The Mission Statement of Salisbury University's Peer Education Program:
The mission of the peer sexuality education program is to create passionate student leaders dedicated to the sexual health of Salisbury University students. Peer educators will work with Student Health Services to bridge the gap between students and the resources and services offered. Through outreach and advocacy, peer educators will provide the information and skills necessary for students to make informed decisions regarding their sexual well-being. The dynamic and inclusive sexual wellness programs are tailored for all sexual identities and behaviors. Peer educators will serve as role models and liaisons of knowledge, uniting our community in creating a healthy and thriving campus.
Increase awareness and knowledge of STI’s
Encourage getting tested
Increase Bystander Intervention Skills
Increase knowledge of services offered for both sexual violence reporting and for sexual health
Hold three workshops a semester
Table twice a month in residence halls or in front of Commons
Be a part of other campus events (i.e. Take Back the Night, Safe Spring Break Week, Pride Week)
What is, and why, peer education:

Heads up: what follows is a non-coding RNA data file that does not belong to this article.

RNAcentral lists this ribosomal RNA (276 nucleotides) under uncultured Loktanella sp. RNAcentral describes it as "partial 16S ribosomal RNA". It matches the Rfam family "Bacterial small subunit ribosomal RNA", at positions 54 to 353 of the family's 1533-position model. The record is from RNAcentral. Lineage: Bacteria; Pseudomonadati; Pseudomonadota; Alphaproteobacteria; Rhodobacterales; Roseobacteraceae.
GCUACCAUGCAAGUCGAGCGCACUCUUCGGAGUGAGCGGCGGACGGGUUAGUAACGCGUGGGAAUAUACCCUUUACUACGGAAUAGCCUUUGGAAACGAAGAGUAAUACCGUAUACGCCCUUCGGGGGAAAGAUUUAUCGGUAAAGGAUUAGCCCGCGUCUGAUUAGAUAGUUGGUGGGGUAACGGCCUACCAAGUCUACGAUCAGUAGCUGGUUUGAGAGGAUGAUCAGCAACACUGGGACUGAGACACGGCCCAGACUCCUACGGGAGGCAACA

Peer education is the process in which driven students are trained to lead interactive workshops with the goal of giving the accurate information and tools for peers to develop the knowledge, beliefs, and skills to protect their own health. Peer education is especially effective when it comes to improving health behaviors because:
People connect easily with those in a similar situation, and there may be a deeper understanding between peers.
Peers are immersed in the community and therefore have already established networks through which they can communicate, spread awareness, decrease stigma, and encourage behavior change.
Peer educators will not only themselves feel empowered, but they can encourage others to feel more empowered to make changes and take on leadership roles.
Peer educators have more of a sense of what the community needs and thus can give better feedback on services provided.
Peer educators have access to groups within the community that may otherwise be difficult to reach out to.
What is to be expected of a peer educator:
Enthusiasm about the mission of this program
The ability to address sexual health topics with open-mindedness and non-judgement
Minimum time commitment of two semesters and about 3 hours a week, including programs/meetings/ on-going trainings; a more extensive training is required at the beginning of each semester
Responsibility of being a good sexual health role model for peers
Specific skills, which we can build together in trainings:
Facilitation of open discussion
Communication skills such as articulating clearly and listening actively, giving and encouraging positive and constructive feedback
Negotiation within all aspects, and demonstrating negotiation skills with peers
Ability to practice control when it is necessary to diffuse tense situations and to navigate touchy topics
Understand one’s own biases and be able to set those aside to teach the most correct and unbiased information